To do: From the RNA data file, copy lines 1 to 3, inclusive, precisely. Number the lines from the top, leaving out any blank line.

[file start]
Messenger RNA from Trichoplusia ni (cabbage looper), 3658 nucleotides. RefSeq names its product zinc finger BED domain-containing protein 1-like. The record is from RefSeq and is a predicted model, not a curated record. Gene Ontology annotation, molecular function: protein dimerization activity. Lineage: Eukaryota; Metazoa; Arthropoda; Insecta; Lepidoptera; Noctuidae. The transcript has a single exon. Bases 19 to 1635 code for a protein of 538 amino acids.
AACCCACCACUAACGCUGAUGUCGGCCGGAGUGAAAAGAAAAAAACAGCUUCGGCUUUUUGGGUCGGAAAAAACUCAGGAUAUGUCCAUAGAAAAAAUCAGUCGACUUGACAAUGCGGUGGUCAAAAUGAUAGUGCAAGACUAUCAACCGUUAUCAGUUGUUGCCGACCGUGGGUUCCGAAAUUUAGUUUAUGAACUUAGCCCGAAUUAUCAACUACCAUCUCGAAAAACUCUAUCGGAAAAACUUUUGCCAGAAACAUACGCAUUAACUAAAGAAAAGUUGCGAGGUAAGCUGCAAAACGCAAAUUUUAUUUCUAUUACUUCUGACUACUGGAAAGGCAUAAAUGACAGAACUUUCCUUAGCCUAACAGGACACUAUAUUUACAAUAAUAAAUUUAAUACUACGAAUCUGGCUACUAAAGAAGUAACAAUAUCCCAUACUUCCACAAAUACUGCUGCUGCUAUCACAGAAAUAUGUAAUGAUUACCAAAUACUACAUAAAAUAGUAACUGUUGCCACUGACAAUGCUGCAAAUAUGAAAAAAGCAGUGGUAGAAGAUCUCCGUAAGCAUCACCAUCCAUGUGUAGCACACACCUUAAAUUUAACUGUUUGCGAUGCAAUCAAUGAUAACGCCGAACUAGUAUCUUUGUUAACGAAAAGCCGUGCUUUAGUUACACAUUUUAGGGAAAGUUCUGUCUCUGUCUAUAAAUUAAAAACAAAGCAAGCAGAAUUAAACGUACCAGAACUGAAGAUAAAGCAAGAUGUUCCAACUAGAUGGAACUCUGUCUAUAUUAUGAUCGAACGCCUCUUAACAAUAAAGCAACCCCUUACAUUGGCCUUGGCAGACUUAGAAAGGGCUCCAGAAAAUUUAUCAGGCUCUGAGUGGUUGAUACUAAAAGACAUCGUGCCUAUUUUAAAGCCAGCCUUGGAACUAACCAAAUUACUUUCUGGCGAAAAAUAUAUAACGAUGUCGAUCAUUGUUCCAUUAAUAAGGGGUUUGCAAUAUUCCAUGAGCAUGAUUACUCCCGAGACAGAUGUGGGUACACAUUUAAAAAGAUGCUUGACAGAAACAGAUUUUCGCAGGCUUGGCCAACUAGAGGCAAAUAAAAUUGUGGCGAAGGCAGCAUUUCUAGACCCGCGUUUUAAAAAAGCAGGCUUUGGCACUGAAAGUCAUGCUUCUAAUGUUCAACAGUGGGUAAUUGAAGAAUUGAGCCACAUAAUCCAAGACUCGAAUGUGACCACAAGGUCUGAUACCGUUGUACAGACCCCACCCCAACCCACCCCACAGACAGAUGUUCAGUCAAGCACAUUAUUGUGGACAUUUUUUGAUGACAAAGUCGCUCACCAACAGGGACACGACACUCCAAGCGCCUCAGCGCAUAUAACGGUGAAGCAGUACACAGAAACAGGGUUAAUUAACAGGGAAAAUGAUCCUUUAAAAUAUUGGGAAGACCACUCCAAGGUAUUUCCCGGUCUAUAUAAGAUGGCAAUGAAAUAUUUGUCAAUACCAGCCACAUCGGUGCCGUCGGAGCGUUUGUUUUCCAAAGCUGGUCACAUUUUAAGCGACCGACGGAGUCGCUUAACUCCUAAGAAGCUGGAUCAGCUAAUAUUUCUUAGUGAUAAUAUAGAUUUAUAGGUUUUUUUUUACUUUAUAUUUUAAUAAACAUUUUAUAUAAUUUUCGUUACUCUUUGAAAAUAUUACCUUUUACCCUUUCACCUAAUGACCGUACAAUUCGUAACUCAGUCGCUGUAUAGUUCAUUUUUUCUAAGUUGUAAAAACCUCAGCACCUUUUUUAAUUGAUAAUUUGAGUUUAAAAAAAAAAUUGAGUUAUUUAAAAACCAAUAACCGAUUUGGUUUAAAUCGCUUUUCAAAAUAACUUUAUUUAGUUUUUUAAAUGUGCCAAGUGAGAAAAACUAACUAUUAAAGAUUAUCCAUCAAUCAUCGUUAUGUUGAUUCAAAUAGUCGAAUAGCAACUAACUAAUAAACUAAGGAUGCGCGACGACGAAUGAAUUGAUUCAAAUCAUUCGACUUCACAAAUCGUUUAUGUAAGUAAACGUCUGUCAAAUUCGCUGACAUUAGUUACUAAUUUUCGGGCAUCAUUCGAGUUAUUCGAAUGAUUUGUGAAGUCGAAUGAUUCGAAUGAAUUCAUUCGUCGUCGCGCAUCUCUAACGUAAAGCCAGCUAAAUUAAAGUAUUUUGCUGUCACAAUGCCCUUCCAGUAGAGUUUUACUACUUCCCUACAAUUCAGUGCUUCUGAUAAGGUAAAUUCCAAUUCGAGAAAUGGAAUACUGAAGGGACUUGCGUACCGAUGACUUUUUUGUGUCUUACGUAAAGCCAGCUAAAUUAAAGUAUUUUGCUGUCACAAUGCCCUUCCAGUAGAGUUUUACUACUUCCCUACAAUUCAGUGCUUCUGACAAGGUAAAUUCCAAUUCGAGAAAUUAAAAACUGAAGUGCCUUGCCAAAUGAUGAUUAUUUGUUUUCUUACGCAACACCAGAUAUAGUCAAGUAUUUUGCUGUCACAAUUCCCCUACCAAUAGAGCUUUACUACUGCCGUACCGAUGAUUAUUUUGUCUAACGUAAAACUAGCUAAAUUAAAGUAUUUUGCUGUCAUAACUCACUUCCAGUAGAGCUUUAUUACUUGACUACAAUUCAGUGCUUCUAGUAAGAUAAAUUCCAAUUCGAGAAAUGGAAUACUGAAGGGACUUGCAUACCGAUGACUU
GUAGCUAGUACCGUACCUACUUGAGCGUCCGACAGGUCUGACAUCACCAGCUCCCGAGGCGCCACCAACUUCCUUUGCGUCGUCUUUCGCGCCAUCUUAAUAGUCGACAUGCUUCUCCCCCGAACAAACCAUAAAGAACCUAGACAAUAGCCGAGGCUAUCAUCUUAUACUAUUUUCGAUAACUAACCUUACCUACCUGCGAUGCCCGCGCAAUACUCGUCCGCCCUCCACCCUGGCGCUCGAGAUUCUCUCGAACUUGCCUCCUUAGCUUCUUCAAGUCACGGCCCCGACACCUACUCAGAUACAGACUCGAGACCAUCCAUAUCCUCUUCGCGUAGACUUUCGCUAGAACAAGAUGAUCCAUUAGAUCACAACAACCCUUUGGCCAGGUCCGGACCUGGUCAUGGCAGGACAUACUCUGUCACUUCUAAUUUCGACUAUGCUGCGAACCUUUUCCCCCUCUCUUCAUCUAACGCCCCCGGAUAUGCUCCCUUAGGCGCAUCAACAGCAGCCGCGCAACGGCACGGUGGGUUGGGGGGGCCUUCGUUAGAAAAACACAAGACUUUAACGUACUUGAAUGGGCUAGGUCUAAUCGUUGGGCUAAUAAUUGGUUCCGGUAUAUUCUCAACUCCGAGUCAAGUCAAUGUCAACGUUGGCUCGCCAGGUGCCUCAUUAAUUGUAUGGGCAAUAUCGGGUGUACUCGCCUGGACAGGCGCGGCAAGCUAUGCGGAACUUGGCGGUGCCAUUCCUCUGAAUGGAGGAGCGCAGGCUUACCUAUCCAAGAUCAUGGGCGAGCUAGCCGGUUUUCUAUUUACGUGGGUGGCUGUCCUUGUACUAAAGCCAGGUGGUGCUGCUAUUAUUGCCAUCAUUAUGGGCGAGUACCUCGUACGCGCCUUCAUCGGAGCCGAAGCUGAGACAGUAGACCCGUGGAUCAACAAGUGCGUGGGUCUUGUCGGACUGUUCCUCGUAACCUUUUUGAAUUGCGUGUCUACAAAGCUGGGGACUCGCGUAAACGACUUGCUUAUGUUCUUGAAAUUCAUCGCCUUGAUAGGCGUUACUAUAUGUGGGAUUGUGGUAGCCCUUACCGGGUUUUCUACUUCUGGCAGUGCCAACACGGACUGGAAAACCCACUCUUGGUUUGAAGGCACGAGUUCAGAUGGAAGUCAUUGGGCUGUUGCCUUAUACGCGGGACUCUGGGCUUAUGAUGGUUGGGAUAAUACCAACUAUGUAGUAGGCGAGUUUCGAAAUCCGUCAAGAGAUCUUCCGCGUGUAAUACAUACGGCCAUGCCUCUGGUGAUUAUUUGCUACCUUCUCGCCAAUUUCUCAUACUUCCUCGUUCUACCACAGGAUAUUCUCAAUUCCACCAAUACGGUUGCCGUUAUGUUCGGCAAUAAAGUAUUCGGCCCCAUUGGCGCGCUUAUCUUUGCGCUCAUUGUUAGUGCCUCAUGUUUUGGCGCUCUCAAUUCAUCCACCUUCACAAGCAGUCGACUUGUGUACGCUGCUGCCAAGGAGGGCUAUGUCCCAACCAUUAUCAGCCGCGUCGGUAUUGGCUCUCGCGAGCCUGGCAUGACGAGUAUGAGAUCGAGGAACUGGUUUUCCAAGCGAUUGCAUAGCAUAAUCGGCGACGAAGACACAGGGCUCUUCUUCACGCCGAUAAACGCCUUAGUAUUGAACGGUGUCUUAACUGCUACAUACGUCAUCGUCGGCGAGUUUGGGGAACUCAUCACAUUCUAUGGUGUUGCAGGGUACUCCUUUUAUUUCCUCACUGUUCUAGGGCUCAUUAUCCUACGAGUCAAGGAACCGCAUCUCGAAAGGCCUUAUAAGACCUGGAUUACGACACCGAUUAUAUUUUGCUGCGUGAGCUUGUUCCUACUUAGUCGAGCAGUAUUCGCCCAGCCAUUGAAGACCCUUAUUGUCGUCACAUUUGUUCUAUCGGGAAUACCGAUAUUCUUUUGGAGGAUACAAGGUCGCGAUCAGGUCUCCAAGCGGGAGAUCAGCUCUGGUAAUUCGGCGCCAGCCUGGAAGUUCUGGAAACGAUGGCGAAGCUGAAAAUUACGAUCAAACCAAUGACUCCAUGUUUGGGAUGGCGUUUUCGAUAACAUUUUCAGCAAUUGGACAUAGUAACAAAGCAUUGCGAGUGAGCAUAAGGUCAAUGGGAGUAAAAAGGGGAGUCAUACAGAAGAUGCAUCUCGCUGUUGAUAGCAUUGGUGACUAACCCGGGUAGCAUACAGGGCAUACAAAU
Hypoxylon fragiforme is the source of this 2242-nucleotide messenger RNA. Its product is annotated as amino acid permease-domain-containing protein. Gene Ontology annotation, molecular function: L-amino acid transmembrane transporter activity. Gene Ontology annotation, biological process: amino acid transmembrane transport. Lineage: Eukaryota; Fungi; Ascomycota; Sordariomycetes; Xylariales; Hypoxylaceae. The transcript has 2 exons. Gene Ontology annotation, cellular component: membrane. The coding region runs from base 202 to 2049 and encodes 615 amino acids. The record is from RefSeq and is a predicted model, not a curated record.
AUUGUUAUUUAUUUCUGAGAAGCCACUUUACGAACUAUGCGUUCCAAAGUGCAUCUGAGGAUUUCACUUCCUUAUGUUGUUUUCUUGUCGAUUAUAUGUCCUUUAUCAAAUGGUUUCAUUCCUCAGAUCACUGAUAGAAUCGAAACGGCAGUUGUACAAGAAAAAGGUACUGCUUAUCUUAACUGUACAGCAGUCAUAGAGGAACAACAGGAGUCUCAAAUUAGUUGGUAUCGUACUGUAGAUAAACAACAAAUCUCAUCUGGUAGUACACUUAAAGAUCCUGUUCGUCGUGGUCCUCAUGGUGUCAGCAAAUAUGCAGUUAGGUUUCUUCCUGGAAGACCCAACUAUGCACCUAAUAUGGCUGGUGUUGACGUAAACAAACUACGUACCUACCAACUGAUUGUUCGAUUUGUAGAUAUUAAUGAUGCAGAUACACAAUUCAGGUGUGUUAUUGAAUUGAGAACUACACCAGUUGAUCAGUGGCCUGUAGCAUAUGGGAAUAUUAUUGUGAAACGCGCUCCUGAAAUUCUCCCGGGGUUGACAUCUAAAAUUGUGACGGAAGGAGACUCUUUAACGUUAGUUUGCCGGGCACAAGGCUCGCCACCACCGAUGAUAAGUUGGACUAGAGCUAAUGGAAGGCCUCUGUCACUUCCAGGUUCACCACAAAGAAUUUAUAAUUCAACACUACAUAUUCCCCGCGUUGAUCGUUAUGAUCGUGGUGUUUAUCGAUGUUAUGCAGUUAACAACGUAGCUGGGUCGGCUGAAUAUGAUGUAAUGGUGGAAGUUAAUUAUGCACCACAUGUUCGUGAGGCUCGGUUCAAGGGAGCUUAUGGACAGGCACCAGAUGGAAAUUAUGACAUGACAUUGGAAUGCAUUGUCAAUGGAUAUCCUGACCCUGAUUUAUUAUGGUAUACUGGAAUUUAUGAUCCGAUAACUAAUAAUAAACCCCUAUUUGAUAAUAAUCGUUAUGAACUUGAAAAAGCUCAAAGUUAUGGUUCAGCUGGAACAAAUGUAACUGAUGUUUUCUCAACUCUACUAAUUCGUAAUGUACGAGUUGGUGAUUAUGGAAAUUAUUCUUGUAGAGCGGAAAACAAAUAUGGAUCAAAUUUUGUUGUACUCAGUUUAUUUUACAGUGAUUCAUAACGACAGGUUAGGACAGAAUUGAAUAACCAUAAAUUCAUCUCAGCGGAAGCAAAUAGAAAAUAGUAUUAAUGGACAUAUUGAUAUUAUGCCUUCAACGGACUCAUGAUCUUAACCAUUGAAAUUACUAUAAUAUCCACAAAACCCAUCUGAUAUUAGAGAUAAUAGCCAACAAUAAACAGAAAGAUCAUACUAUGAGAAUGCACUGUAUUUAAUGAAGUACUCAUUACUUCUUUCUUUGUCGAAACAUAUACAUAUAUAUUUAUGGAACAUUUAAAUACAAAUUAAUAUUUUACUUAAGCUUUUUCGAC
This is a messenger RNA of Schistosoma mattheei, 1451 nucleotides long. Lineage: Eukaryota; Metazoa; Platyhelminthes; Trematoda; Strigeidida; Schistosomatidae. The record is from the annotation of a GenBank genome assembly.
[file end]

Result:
Messenger RNA from Trichoplusia ni (cabbage looper), 3658 nucleotides. RefSeq names its product zinc finger BED domain-containing protein 1-like. The record is from RefSeq and is a predicted model, not a curated record. Gene Ontology annotation, molecular function: protein dimerization activity. Lineage: Eukaryota; Metazoa; Arthropoda; Insecta; Lepidoptera; Noctuidae. The transcript has a single exon. Bases 19 to 1635 code for a protein of 538 amino acids.
AACCCACCACUAACGCUGAUGUCGGCCGGAGUGAAAAGAAAAAAACAGCUUCGGCUUUUUGGGUCGGAAAAAACUCAGGAUAUGUCCAUAGAAAAAAUCAGUCGACUUGACAAUGCGGUGGUCAAAAUGAUAGUGCAAGACUAUCAACCGUUAUCAGUUGUUGCCGACCGUGGGUUCCGAAAUUUAGUUUAUGAACUUAGCCCGAAUUAUCAACUACCAUCUCGAAAAACUCUAUCGGAAAAACUUUUGCCAGAAACAUACGCAUUAACUAAAGAAAAGUUGCGAGGUAAGCUGCAAAACGCAAAUUUUAUUUCUAUUACUUCUGACUACUGGAAAGGCAUAAAUGACAGAACUUUCCUUAGCCUAACAGGACACUAUAUUUACAAUAAUAAAUUUAAUACUACGAAUCUGGCUACUAAAGAAGUAACAAUAUCCCAUACUUCCACAAAUACUGCUGCUGCUAUCACAGAAAUAUGUAAUGAUUACCAAAUACUACAUAAAAUAGUAACUGUUGCCACUGACAAUGCUGCAAAUAUGAAAAAAGCAGUGGUAGAAGAUCUCCGUAAGCAUCACCAUCCAUGUGUAGCACACACCUUAAAUUUAACUGUUUGCGAUGCAAUCAAUGAUAACGCCGAACUAGUAUCUUUGUUAACGAAAAGCCGUGCUUUAGUUACACAUUUUAGGGAAAGUUCUGUCUCUGUCUAUAAAUUAAAAACAAAGCAAGCAGAAUUAAACGUACCAGAACUGAAGAUAAAGCAAGAUGUUCCAACUAGAUGGAACUCUGUCUAUAUUAUGAUCGAACGCCUCUUAACAAUAAAGCAACCCCUUACAUUGGCCUUGGCAGACUUAGAAAGGGCUCCAGAAAAUUUAUCAGGCUCUGAGUGGUUGAUACUAAAAGACAUCGUGCCUAUUUUAAAGCCAGCCUUGGAACUAACCAAAUUACUUUCUGGCGAAAAAUAUAUAACGAUGUCGAUCAUUGUUCCAUUAAUAAGGGGUUUGCAAUAUUCCAUGAGCAUGAUUACUCCCGAGACAGAUGUGGGUACACAUUUAAAAAGAUGCUUGACAGAAACAGAUUUUCGCAGGCUUGGCCAACUAGAGGCAAAUAAAAUUGUGGCGAAGGCAGCAUUUCUAGACCCGCGUUUUAAAAAAGCAGGCUUUGGCACUGAAAGUCAUGCUUCUAAUGUUCAACAGUGGGUAAUUGAAGAAUUGAGCCACAUAAUCCAAGACUCGAAUGUGACCACAAGGUCUGAUACCGUUGUACAGACCCCACCCCAACCCACCCCACAGACAGAUGUUCAGUCAAGCACAUUAUUGUGGACAUUUUUUGAUGACAAAGUCGCUCACCAACAGGGACACGACACUCCAAGCGCCUCAGCGCAUAUAACGGUGAAGCAGUACACAGAAACAGGGUUAAUUAACAGGGAAAAUGAUCCUUUAAAAUAUUGGGAAGACCACUCCAAGGUAUUUCCCGGUCUAUAUAAGAUGGCAAUGAAAUAUUUGUCAAUACCAGCCACAUCGGUGCCGUCGGAGCGUUUGUUUUCCAAAGCUGGUCACAUUUUAAGCGACCGACGGAGUCGCUUAACUCCUAAGAAGCUGGAUCAGCUAAUAUUUCUUAGUGAUAAUAUAGAUUUAUAGGUUUUUUUUUACUUUAUAUUUUAAUAAACAUUUUAUAUAAUUUUCGUUACUCUUUGAAAAUAUUACCUUUUACCCUUUCACCUAAUGACCGUACAAUUCGUAACUCAGUCGCUGUAUAGUUCAUUUUUUCUAAGUUGUAAAAACCUCAGCACCUUUUUUAAUUGAUAAUUUGAGUUUAAAAAAAAAAUUGAGUUAUUUAAAAACCAAUAACCGAUUUGGUUUAAAUCGCUUUUCAAAAUAACUUUAUUUAGUUUUUUAAAUGUGCCAAGUGAGAAAAACUAACUAUUAAAGAUUAUCCAUCAAUCAUCGUUAUGUUGAUUCAAAUAGUCGAAUAGCAACUAACUAAUAAACUAAGGAUGCGCGACGACGAAUGAAUUGAUUCAAAUCAUUCGACUUCACAAAUCGUUUAUGUAAGUAAACGUCUGUCAAAUUCGCUGACAUUAGUUACUAAUUUUCGGGCAUCAUUCGAGUUAUUCGAAUGAUUUGUGAAGUCGAAUGAUUCGAAUGAAUUCAUUCGUCGUCGCGCAUCUCUAACGUAAAGCCAGCUAAAUUAAAGUAUUUUGCUGUCACAAUGCCCUUCCAGUAGAGUUUUACUACUUCCCUACAAUUCAGUGCUUCUGAUAAGGUAAAUUCCAAUUCGAGAAAUGGAAUACUGAAGGGACUUGCGUACCGAUGACUUUUUUGUGUCUUACGUAAAGCCAGCUAAAUUAAAGUAUUUUGCUGUCACAAUGCCCUUCCAGUAGAGUUUUACUACUUCCCUACAAUUCAGUGCUUCUGACAAGGUAAAUUCCAAUUCGAGAAAUUAAAAACUGAAGUGCCUUGCCAAAUGAUGAUUAUUUGUUUUCUUACGCAACACCAGAUAUAGUCAAGUAUUUUGCUGUCACAAUUCCCCUACCAAUAGAGCUUUACUACUGCCGUACCGAUGAUUAUUUUGUCUAACGUAAAACUAGCUAAAUUAAAGUAUUUUGCUGUCAUAACUCACUUCCAGUAGAGCUUUAUUACUUGACUACAAUUCAGUGCUUCUAGUAAGAUAAAUUCCAAUUCGAGAAAUGGAAUACUGAAGGGACUUGCAUACCGAUGACUU
GUAGCUAGUACCGUACCUACUUGAGCGUCCGACAGGUCUGACAUCACCAGCUCCCGAGGCGCCACCAACUUCCUUUGCGUCGUCUUUCGCGCCAUCUUAAUAGUCGACAUGCUUCUCCCCCGAACAAACCAUAAAGAACCUAGACAAUAGCCGAGGCUAUCAUCUUAUACUAUUUUCGAUAACUAACCUUACCUACCUGCGAUGCCCGCGCAAUACUCGUCCGCCCUCCACCCUGGCGCUCGAGAUUCUCUCGAACUUGCCUCCUUAGCUUCUUCAAGUCACGGCCCCGACACCUACUCAGAUACAGACUCGAGACCAUCCAUAUCCUCUUCGCGUAGACUUUCGCUAGAACAAGAUGAUCCAUUAGAUCACAACAACCCUUUGGCCAGGUCCGGACCUGGUCAUGGCAGGACAUACUCUGUCACUUCUAAUUUCGACUAUGCUGCGAACCUUUUCCCCCUCUCUUCAUCUAACGCCCCCGGAUAUGCUCCCUUAGGCGCAUCAACAGCAGCCGCGCAACGGCACGGUGGGUUGGGGGGGCCUUCGUUAGAAAAACACAAGACUUUAACGUACUUGAAUGGGCUAGGUCUAAUCGUUGGGCUAAUAAUUGGUUCCGGUAUAUUCUCAACUCCGAGUCAAGUCAAUGUCAACGUUGGCUCGCCAGGUGCCUCAUUAAUUGUAUGGGCAAUAUCGGGUGUACUCGCCUGGACAGGCGCGGCAAGCUAUGCGGAACUUGGCGGUGCCAUUCCUCUGAAUGGAGGAGCGCAGGCUUACCUAUCCAAGAUCAUGGGCGAGCUAGCCGGUUUUCUAUUUACGUGGGUGGCUGUCCUUGUACUAAAGCCAGGUGGUGCUGCUAUUAUUGCCAUCAUUAUGGGCGAGUACCUCGUACGCGCCUUCAUCGGAGCCGAAGCUGAGACAGUAGACCCGUGGAUCAACAAGUGCGUGGGUCUUGUCGGACUGUUCCUCGUAACCUUUUUGAAUUGCGUGUCUACAAAGCUGGGGACUCGCGUAAACGACUUGCUUAUGUUCUUGAAAUUCAUCGCCUUGAUAGGCGUUACUAUAUGUGGGAUUGUGGUAGCCCUUACCGGGUUUUCUACUUCUGGCAGUGCCAACACGGACUGGAAAACCCACUCUUGGUUUGAAGGCACGAGUUCAGAUGGAAGUCAUUGGGCUGUUGCCUUAUACGCGGGACUCUGGGCUUAUGAUGGUUGGGAUAAUACCAACUAUGUAGUAGGCGAGUUUCGAAAUCCGUCAAGAGAUCUUCCGCGUGUAAUACAUACGGCCAUGCCUCUGGUGAUUAUUUGCUACCUUCUCGCCAAUUUCUCAUACUUCCUCGUUCUACCACAGGAUAUUCUCAAUUCCACCAAUACGGUUGCCGUUAUGUUCGGCAAUAAAGUAUUCGGCCCCAUUGGCGCGCUUAUCUUUGCGCUCAUUGUUAGUGCCUCAUGUUUUGGCGCUCUCAAUUCAUCCACCUUCACAAGCAGUCGACUUGUGUACGCUGCUGCCAAGGAGGGCUAUGUCCCAACCAUUAUCAGCCGCGUCGGUAUUGGCUCUCGCGAGCCUGGCAUGACGAGUAUGAGAUCGAGGAACUGGUUUUCCAAGCGAUUGCAUAGCAUAAUCGGCGACGAAGACACAGGGCUCUUCUUCACGCCGAUAAACGCCUUAGUAUUGAACGGUGUCUUAACUGCUACAUACGUCAUCGUCGGCGAGUUUGGGGAACUCAUCACAUUCUAUGGUGUUGCAGGGUACUCCUUUUAUUUCCUCACUGUUCUAGGGCUCAUUAUCCUACGAGUCAAGGAACCGCAUCUCGAAAGGCCUUAUAAGACCUGGAUUACGACACCGAUUAUAUUUUGCUGCGUGAGCUUGUUCCUACUUAGUCGAGCAGUAUUCGCCCAGCCAUUGAAGACCCUUAUUGUCGUCACAUUUGUUCUAUCGGGAAUACCGAUAUUCUUUUGGAGGAUACAAGGUCGCGAUCAGGUCUCCAAGCGGGAGAUCAGCUCUGGUAAUUCGGCGCCAGCCUGGAAGUUCUGGAAACGAUGGCGAAGCUGAAAAUUACGAUCAAACCAAUGACUCCAUGUUUGGGAUGGCGUUUUCGAUAACAUUUUCAGCAAUUGGACAUAGUAACAAAGCAUUGCGAGUGAGCAUAAGGUCAAUGGGAGUAAAAAGGGGAGUCAUACAGAAGAUGCAUCUCGCUGUUGAUAGCAUUGGUGACUAACCCGGGUAGCAUACAGGGCAUACAAAU